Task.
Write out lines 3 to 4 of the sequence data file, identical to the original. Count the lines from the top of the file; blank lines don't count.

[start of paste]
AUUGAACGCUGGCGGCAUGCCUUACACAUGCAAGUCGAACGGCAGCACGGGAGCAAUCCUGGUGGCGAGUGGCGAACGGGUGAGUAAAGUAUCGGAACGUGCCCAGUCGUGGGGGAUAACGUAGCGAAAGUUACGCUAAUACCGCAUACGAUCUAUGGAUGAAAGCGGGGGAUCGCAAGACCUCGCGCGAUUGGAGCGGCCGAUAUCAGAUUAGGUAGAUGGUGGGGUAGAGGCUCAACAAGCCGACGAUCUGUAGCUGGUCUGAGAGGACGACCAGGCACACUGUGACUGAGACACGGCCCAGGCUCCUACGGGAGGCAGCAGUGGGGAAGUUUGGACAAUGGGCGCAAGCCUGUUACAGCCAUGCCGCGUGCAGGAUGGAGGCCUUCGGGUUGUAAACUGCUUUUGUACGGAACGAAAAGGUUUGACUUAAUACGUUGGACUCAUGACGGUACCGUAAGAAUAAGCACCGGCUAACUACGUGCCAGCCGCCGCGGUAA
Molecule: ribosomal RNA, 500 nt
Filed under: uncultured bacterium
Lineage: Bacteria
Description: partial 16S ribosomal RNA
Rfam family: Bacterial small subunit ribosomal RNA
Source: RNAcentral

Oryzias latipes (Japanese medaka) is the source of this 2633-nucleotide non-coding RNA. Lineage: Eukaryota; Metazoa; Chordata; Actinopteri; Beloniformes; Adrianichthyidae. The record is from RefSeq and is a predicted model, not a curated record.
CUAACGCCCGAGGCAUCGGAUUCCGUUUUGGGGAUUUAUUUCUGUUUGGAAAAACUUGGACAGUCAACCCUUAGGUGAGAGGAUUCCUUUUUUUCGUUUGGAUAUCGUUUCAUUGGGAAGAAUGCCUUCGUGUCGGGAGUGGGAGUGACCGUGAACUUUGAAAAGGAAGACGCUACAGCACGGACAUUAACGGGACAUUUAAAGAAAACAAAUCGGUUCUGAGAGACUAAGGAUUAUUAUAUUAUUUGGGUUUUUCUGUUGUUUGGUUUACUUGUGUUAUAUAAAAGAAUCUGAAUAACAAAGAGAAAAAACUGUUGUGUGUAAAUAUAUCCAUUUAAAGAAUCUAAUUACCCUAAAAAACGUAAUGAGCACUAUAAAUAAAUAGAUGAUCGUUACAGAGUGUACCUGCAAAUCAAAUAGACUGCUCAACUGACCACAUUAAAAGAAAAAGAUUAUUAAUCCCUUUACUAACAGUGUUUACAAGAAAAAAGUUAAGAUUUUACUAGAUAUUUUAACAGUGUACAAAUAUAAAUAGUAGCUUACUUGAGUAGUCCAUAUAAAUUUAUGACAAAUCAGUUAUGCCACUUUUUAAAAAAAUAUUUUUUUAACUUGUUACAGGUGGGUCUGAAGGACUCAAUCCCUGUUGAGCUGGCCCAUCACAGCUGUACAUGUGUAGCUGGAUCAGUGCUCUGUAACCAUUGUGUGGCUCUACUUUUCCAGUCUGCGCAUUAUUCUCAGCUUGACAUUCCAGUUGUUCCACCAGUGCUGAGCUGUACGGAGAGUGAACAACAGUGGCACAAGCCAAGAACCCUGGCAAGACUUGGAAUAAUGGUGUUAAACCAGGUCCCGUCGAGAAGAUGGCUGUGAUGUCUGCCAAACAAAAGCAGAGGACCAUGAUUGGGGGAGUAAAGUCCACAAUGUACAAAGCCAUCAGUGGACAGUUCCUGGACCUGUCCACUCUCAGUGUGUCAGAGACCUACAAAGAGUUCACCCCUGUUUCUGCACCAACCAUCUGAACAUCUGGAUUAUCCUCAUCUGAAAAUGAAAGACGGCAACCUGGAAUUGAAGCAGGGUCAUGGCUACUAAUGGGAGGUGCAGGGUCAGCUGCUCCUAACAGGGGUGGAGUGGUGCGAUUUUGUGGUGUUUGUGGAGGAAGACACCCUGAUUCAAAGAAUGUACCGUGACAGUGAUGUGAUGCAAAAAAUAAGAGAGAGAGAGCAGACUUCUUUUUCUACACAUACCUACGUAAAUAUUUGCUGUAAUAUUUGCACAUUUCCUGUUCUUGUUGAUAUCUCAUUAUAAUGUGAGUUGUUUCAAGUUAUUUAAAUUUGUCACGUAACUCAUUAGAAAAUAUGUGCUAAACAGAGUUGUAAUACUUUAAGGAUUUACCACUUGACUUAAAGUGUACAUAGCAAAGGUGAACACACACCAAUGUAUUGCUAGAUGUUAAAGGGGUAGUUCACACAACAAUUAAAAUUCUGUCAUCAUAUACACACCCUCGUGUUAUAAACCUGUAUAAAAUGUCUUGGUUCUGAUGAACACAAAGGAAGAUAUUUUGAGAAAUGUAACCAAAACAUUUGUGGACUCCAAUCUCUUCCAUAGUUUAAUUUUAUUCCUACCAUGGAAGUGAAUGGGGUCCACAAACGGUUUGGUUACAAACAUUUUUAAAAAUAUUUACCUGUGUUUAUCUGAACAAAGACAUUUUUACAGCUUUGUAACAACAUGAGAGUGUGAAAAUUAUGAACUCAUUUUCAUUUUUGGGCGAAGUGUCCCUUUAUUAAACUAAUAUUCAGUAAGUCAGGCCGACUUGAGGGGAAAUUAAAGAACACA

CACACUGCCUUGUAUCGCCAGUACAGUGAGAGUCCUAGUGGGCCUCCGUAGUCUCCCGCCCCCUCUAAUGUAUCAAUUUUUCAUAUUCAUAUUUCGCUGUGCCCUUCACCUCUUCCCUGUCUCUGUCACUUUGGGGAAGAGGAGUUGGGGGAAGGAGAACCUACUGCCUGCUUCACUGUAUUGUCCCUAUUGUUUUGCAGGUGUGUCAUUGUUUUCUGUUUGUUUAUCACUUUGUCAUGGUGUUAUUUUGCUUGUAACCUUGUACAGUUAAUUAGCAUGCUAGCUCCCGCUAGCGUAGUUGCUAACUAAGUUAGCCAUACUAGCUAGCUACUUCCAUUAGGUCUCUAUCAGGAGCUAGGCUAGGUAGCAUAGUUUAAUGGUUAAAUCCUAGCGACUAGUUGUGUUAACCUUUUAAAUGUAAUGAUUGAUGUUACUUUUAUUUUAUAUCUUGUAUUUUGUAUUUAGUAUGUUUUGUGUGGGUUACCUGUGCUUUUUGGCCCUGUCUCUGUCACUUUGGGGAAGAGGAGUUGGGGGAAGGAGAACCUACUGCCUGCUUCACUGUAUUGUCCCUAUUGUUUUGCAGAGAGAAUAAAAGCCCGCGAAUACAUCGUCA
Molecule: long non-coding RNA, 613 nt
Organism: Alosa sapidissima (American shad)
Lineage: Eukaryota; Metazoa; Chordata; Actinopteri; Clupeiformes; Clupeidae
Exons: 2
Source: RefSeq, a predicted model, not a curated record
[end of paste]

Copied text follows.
Filed under: uncultured bacterium
Lineage: Bacteria